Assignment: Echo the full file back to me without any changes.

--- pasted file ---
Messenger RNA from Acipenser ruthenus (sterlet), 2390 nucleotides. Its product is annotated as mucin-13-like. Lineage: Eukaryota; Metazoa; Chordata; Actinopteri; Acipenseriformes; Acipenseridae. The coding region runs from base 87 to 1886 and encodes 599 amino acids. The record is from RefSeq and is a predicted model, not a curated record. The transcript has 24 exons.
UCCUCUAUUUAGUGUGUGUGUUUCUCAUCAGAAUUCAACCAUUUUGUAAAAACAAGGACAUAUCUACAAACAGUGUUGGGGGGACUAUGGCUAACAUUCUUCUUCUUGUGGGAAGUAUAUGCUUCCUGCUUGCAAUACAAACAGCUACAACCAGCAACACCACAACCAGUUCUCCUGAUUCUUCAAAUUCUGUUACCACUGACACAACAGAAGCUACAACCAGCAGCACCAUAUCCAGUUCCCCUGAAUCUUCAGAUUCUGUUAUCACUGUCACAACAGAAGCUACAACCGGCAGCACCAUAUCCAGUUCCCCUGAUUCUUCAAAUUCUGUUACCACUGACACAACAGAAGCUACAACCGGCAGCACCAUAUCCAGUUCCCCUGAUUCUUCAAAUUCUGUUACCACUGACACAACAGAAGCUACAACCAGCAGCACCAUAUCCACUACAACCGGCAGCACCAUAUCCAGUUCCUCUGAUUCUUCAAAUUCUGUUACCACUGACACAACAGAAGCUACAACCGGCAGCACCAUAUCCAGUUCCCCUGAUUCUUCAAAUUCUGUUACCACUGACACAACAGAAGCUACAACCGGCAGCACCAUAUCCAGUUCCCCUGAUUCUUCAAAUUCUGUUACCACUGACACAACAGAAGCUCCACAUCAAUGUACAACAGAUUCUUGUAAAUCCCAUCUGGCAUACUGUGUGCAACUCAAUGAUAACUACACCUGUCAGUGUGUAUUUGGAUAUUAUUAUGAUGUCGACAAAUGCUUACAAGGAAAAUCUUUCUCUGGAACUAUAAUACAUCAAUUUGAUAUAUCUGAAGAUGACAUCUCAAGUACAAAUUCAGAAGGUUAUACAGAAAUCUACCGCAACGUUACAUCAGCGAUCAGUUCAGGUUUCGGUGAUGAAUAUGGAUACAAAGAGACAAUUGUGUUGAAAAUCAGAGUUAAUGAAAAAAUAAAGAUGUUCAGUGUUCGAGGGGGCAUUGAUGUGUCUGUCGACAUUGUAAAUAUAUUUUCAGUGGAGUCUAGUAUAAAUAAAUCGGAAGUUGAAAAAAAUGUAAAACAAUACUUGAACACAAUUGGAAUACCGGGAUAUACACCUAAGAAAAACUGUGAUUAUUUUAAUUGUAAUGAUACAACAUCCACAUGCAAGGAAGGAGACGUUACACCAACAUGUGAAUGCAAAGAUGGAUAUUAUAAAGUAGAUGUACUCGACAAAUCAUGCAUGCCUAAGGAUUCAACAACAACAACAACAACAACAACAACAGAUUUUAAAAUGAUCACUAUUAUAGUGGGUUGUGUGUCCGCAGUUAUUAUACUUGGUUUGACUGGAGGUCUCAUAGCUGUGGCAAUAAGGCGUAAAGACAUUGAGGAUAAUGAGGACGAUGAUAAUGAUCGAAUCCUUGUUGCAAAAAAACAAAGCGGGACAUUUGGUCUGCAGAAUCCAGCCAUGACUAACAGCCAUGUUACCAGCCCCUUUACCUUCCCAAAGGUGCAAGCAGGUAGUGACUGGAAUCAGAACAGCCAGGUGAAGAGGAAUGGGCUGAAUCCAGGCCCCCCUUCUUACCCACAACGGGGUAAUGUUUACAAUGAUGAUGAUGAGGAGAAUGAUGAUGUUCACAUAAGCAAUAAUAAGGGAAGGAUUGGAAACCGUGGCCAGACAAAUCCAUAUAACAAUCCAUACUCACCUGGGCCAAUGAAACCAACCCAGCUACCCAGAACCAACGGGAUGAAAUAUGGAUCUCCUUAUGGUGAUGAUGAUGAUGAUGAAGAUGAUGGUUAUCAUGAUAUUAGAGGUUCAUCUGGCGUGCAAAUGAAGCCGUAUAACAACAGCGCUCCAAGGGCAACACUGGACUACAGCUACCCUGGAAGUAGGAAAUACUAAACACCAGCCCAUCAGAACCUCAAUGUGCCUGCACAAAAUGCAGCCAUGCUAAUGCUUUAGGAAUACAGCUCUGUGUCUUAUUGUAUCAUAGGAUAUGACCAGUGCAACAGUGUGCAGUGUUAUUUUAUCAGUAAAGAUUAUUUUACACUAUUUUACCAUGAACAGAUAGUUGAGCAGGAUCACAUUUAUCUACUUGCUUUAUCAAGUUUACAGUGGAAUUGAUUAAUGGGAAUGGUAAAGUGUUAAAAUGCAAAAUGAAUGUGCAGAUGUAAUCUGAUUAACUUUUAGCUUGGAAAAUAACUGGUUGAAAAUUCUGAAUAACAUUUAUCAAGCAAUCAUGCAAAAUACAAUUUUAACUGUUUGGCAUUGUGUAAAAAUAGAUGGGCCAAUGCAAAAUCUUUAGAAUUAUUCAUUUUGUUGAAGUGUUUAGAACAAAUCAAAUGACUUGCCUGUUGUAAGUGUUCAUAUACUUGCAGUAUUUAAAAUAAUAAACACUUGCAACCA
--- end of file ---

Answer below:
Messenger RNA from Acipenser ruthenus (sterlet), 2390 nucleotides. Its product is annotated as mucin-13-like. Lineage: Eukaryota; Metazoa; Chordata; Actinopteri; Acipenseriformes; Acipenseridae. The coding region runs from base 87 to 1886 and encodes 599 amino acids. The record is from RefSeq and is a predicted model, not a curated record. The transcript has 24 exons.
UCCUCUAUUUAGUGUGUGUGUUUCUCAUCAGAAUUCAACCAUUUUGUAAAAACAAGGACAUAUCUACAAACAGUGUUGGGGGGACUAUGGCUAACAUUCUUCUUCUUGUGGGAAGUAUAUGCUUCCUGCUUGCAAUACAAACAGCUACAACCAGCAACACCACAACCAGUUCUCCUGAUUCUUCAAAUUCUGUUACCACUGACACAACAGAAGCUACAACCAGCAGCACCAUAUCCAGUUCCCCUGAAUCUUCAGAUUCUGUUAUCACUGUCACAACAGAAGCUACAACCGGCAGCACCAUAUCCAGUUCCCCUGAUUCUUCAAAUUCUGUUACCACUGACACAACAGAAGCUACAACCGGCAGCACCAUAUCCAGUUCCCCUGAUUCUUCAAAUUCUGUUACCACUGACACAACAGAAGCUACAACCAGCAGCACCAUAUCCACUACAACCGGCAGCACCAUAUCCAGUUCCUCUGAUUCUUCAAAUUCUGUUACCACUGACACAACAGAAGCUACAACCGGCAGCACCAUAUCCAGUUCCCCUGAUUCUUCAAAUUCUGUUACCACUGACACAACAGAAGCUACAACCGGCAGCACCAUAUCCAGUUCCCCUGAUUCUUCAAAUUCUGUUACCACUGACACAACAGAAGCUCCACAUCAAUGUACAACAGAUUCUUGUAAAUCCCAUCUGGCAUACUGUGUGCAACUCAAUGAUAACUACACCUGUCAGUGUGUAUUUGGAUAUUAUUAUGAUGUCGACAAAUGCUUACAAGGAAAAUCUUUCUCUGGAACUAUAAUACAUCAAUUUGAUAUAUCUGAAGAUGACAUCUCAAGUACAAAUUCAGAAGGUUAUACAGAAAUCUACCGCAACGUUACAUCAGCGAUCAGUUCAGGUUUCGGUGAUGAAUAUGGAUACAAAGAGACAAUUGUGUUGAAAAUCAGAGUUAAUGAAAAAAUAAAGAUGUUCAGUGUUCGAGGGGGCAUUGAUGUGUCUGUCGACAUUGUAAAUAUAUUUUCAGUGGAGUCUAGUAUAAAUAAAUCGGAAGUUGAAAAAAAUGUAAAACAAUACUUGAACACAAUUGGAAUACCGGGAUAUACACCUAAGAAAAACUGUGAUUAUUUUAAUUGUAAUGAUACAACAUCCACAUGCAAGGAAGGAGACGUUACACCAACAUGUGAAUGCAAAGAUGGAUAUUAUAAAGUAGAUGUACUCGACAAAUCAUGCAUGCCUAAGGAUUCAACAACAACAACAACAACAACAACAACAGAUUUUAAAAUGAUCACUAUUAUAGUGGGUUGUGUGUCCGCAGUUAUUAUACUUGGUUUGACUGGAGGUCUCAUAGCUGUGGCAAUAAGGCGUAAAGACAUUGAGGAUAAUGAGGACGAUGAUAAUGAUCGAAUCCUUGUUGCAAAAAAACAAAGCGGGACAUUUGGUCUGCAGAAUCCAGCCAUGACUAACAGCCAUGUUACCAGCCCCUUUACCUUCCCAAAGGUGCAAGCAGGUAGUGACUGGAAUCAGAACAGCCAGGUGAAGAGGAAUGGGCUGAAUCCAGGCCCCCCUUCUUACCCACAACGGGGUAAUGUUUACAAUGAUGAUGAUGAGGAGAAUGAUGAUGUUCACAUAAGCAAUAAUAAGGGAAGGAUUGGAAACCGUGGCCAGACAAAUCCAUAUAACAAUCCAUACUCACCUGGGCCAAUGAAACCAACCCAGCUACCCAGAACCAACGGGAUGAAAUAUGGAUCUCCUUAUGGUGAUGAUGAUGAUGAUGAAGAUGAUGGUUAUCAUGAUAUUAGAGGUUCAUCUGGCGUGCAAAUGAAGCCGUAUAACAACAGCGCUCCAAGGGCAACACUGGACUACAGCUACCCUGGAAGUAGGAAAUACUAAACACCAGCCCAUCAGAACCUCAAUGUGCCUGCACAAAAUGCAGCCAUGCUAAUGCUUUAGGAAUACAGCUCUGUGUCUUAUUGUAUCAUAGGAUAUGACCAGUGCAACAGUGUGCAGUGUUAUUUUAUCAGUAAAGAUUAUUUUACACUAUUUUACCAUGAACAGAUAGUUGAGCAGGAUCACAUUUAUCUACUUGCUUUAUCAAGUUUACAGUGGAAUUGAUUAAUGGGAAUGGUAAAGUGUUAAAAUGCAAAAUGAAUGUGCAGAUGUAAUCUGAUUAACUUUUAGCUUGGAAAAUAACUGGUUGAAAAUUCUGAAUAACAUUUAUCAAGCAAUCAUGCAAAAUACAAUUUUAACUGUUUGGCAUUGUGUAAAAAUAGAUGGGCCAAUGCAAAAUCUUUAGAAUUAUUCAUUUUGUUGAAGUGUUUAGAACAAAUCAAAUGACUUGCCUGUUGUAAGUGUUCAUAUACUUGCAGUAUUUAAAAUAAUAAACACUUGCAACCA